one year ago

.Sam. Group TitleBest ResponseYou've already chosen the best response.0
So the frequency plays a role here on the emission of photons.
 one year ago

.Sam. Group TitleBest ResponseYou've already chosen the best response.0
I gotta go now, I'll leave it here, think about that :)
 one year ago

amistre64 Group TitleBest ResponseYou've already chosen the best response.0
this is beyond my learning curve :) i can recall levers and rotations and such
 one year ago

Best_Mathematician Group TitleBest ResponseYou've already chosen the best response.0
haha thx tho
 one year ago

abb0t Group TitleBest ResponseYou've already chosen the best response.0
I would need to refresh my memory in modern physics. So no. Lol
 one year ago

Best_Mathematician Group TitleBest ResponseYou've already chosen the best response.0
haha ok.
 one year ago

abb0t Group TitleBest ResponseYou've already chosen the best response.0
@Frostbite might know.
 one year ago

Best_Mathematician Group TitleBest ResponseYou've already chosen the best response.0
well looks like audience is here...but the players are not. haha
 one year ago

Eyad Group TitleBest ResponseYou've already chosen the best response.1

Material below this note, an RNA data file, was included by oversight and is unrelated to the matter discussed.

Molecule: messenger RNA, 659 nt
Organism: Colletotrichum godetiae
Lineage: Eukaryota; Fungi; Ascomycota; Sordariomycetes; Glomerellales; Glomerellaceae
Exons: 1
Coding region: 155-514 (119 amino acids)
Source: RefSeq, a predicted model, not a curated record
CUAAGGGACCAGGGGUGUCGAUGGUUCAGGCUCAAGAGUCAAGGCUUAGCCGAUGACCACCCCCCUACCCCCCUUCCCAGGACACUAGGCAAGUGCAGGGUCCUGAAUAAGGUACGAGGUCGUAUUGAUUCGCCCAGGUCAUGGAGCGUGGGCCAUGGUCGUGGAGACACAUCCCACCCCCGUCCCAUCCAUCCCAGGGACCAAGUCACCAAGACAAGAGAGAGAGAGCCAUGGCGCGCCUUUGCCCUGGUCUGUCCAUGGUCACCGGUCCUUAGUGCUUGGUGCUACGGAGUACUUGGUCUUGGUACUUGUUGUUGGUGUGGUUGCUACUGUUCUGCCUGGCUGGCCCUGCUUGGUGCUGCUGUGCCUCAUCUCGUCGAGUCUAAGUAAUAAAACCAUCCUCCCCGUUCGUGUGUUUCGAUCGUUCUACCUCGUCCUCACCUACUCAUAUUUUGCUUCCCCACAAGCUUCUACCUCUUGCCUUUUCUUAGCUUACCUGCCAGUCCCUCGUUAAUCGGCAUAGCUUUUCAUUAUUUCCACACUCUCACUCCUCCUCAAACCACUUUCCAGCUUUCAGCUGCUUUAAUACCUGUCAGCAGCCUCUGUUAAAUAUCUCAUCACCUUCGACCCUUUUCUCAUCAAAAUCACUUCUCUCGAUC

I will make some researches and see if i can help :3
 one year ago

abb0t Group TitleBest ResponseYou've already chosen the best response.0
can't you use kirkchoffs laws here?
 one year ago

Jemurray3 Group TitleBest ResponseYou've already chosen the best response.1
A couple of things... first, if you just plug in the energy E2, you're going to get the wrong answer. You instead need to use the energy difference E2E0.
 one year ago

Best_Mathematician Group TitleBest ResponseYou've already chosen the best response.0
i really dont know how to do this...so if anyone can ex[lain it will be great
 one year ago

Best_Mathematician Group TitleBest ResponseYou've already chosen the best response.0
i do think we r using planck's equation and stuff here
 one year ago

Jemurray3 Group TitleBest ResponseYou've already chosen the best response.1
Okay here's way it works. This molecule has three energy levels that you're considering  E0, E1, E2. These are the only energies it can have  nothing in between. Photons are just traveling packets of energy. Therefore, if the atom is in the ground state E0, it might absorb a passing photon and be promoted up to a higher energy level. This will ONLY work, though, if the photon is carrying exactly as much energy as is required. If the photon has too much energy, it won't work. If it has too little, it won't work either. The amount of energy required to promote the atom from state E0 to state E2 is E2E0.
 one year ago

Jemurray3 Group TitleBest ResponseYou've already chosen the best response.1
For a photon, \[ E_{photon} = \frac{hc}{\lambda} \] or \[ \lambda = \frac{hc}{E_{photon}} \] This tells you that if you want to promote the atom from state E0 to state E2, you need a photon of wavelength \[ \lambda = \frac{hc}{E_2E_0} \]
 one year ago

Best_Mathematician Group TitleBest ResponseYou've already chosen the best response.0